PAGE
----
Howard Eisley (1995-2000, 2004-05)
By Matt Sanchez - UtahJazz.com
Howard Eisley was the consummate backup point guard. You could count on him to give starter and hall-of-famer, John Stockton, his scheduled breather in the first and third quarters. He took care of the ball, made good decisions and did what he was told. He didn't demand more playing time, as young players often do. He knew his role and worked hard to keep it. As a player, fans knew exactly what they were getting. As a person, fans had no idea who he was.
He was quiet, stayed far from the limelight, and resisted talking about himself. Eisley was so far entrenched in doing whatever he could to help his team win that he didn't care about being on magazine covers or smiling with a Pepsi in his hand.
All of the above remains true today.
Eisley first came to the Jazz as a free agent after being waived by two teams in 1995. The seemingly unwanted second-round pick got another shot and turned himself into one of the best backup point guards in the league. He was an important piece during the "glory years" and helped the Jazz make two NBA championship runs.
Of course, you already knew all of this. What is he up to today?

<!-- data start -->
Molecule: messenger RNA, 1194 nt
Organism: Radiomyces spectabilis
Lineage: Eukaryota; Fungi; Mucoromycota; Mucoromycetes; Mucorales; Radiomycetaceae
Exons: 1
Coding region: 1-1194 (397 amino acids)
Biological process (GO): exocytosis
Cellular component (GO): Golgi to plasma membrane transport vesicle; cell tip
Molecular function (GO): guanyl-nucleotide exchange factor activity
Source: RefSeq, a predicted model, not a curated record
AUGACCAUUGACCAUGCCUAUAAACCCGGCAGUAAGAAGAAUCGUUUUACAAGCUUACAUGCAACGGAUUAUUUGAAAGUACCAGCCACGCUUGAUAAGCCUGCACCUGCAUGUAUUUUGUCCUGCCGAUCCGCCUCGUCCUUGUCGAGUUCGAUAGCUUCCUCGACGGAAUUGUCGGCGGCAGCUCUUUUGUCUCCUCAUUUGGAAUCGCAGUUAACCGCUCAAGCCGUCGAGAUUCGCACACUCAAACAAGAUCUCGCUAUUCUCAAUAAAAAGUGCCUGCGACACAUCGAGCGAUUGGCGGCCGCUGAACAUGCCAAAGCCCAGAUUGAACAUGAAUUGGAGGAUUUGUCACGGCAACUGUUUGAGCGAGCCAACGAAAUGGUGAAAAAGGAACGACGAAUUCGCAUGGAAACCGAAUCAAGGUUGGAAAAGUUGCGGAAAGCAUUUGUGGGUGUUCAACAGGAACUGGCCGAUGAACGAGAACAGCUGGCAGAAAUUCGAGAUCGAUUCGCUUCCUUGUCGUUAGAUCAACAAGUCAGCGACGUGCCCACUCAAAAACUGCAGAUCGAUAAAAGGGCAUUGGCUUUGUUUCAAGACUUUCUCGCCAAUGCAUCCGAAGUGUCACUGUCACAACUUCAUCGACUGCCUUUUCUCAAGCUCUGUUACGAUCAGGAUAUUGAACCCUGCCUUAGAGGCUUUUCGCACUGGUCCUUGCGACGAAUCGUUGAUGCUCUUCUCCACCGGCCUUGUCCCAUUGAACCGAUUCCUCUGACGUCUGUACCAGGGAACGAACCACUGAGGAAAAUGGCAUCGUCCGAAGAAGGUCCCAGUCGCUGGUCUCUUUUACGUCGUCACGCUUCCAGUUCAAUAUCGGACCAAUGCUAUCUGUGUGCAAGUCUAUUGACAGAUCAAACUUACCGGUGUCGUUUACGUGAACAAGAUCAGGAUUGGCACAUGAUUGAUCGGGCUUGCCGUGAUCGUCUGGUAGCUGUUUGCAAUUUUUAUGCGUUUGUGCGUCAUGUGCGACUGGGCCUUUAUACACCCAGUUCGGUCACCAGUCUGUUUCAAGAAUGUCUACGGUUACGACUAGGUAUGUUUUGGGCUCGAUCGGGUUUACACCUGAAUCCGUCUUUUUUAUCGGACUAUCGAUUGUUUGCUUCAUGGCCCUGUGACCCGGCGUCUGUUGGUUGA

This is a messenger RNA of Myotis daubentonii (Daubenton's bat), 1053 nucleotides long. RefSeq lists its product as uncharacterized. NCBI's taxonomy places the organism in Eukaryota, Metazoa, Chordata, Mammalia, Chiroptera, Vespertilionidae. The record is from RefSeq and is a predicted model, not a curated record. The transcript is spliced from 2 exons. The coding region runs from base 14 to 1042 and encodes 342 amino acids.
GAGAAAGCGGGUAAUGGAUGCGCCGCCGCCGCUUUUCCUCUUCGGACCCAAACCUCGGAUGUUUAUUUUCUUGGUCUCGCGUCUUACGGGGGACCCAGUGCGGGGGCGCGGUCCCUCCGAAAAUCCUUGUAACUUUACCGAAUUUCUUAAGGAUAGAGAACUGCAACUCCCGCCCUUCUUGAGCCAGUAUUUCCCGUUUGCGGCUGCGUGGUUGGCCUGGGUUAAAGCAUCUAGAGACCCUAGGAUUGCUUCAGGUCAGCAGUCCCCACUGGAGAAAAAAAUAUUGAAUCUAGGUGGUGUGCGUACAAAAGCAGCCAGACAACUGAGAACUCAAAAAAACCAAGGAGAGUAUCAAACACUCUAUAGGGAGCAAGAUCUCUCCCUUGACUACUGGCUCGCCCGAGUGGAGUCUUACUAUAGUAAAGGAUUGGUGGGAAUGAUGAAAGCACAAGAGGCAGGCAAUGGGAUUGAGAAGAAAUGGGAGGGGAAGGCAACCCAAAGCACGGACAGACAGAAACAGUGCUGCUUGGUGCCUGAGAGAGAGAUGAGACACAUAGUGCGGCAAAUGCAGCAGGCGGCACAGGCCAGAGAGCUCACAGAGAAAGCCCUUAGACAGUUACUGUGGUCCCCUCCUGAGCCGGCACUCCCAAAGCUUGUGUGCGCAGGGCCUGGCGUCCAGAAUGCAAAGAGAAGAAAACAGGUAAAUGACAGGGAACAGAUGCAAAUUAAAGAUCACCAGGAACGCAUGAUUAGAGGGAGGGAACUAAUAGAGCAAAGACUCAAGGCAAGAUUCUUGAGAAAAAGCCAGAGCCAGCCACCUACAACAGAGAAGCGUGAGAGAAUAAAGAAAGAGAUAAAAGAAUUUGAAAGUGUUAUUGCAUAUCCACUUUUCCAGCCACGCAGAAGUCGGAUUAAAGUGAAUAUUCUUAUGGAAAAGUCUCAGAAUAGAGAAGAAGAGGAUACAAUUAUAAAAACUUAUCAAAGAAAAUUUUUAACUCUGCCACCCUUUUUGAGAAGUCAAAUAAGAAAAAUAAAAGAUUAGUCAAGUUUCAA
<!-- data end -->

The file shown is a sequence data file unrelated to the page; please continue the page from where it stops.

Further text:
Eisley currently resides in Westchester, New York with his wife of 12 years and their two children. Though he resists talking about his personal life, he revels about how much he loves fatherhood and that his girl and boy (ten and seven years old) are extremely active and are picking up sports naturally.
"I would love for them to play sports," he said. "I'm trying not to push it on them, though, and am hoping they pick it up on their own. That way it'll be easier for me to step in and help teach."
He enjoys being around his family more than anything but still has a desire to be around the game he loves. In 2010, he became a player development coach for the Los Angeles Clippers. It's a similar role Jeff Hornacek held with the Jazz before he became a full-time assistant.
"As a player, I didn't think I wanted to coach, but as my career came to a close, I missed the camaraderie and the guys and I needed something to quench my competitive nature," he said. "With so many young guys coming in the league, I thought I could help not only with their basketball careers but also their lives."
His primary role with the Clippers is to teach and counsel rookies and young players about the basketball world. He notes that teaching "youngsters" basketball skills is fun and keeps him sharp but he finds great fulfillment in teaching them life skills.
Eisley knows the value of coaching and gives full credit to the coaches and mentors who taught him the game. He recalls not knowing what to do or how to react in certain situations, but his coaches kept him focused on working hard and achieving goals.
"I was fortunate to have very great mentors and coaches," he said. "We (coaches) should want to give back to others and teach someone. If you're given the opportunity and you can help someone then you should. If it wasn't for others then I would have never learned the game. It's a cycle and I'm thankful to be a part of it."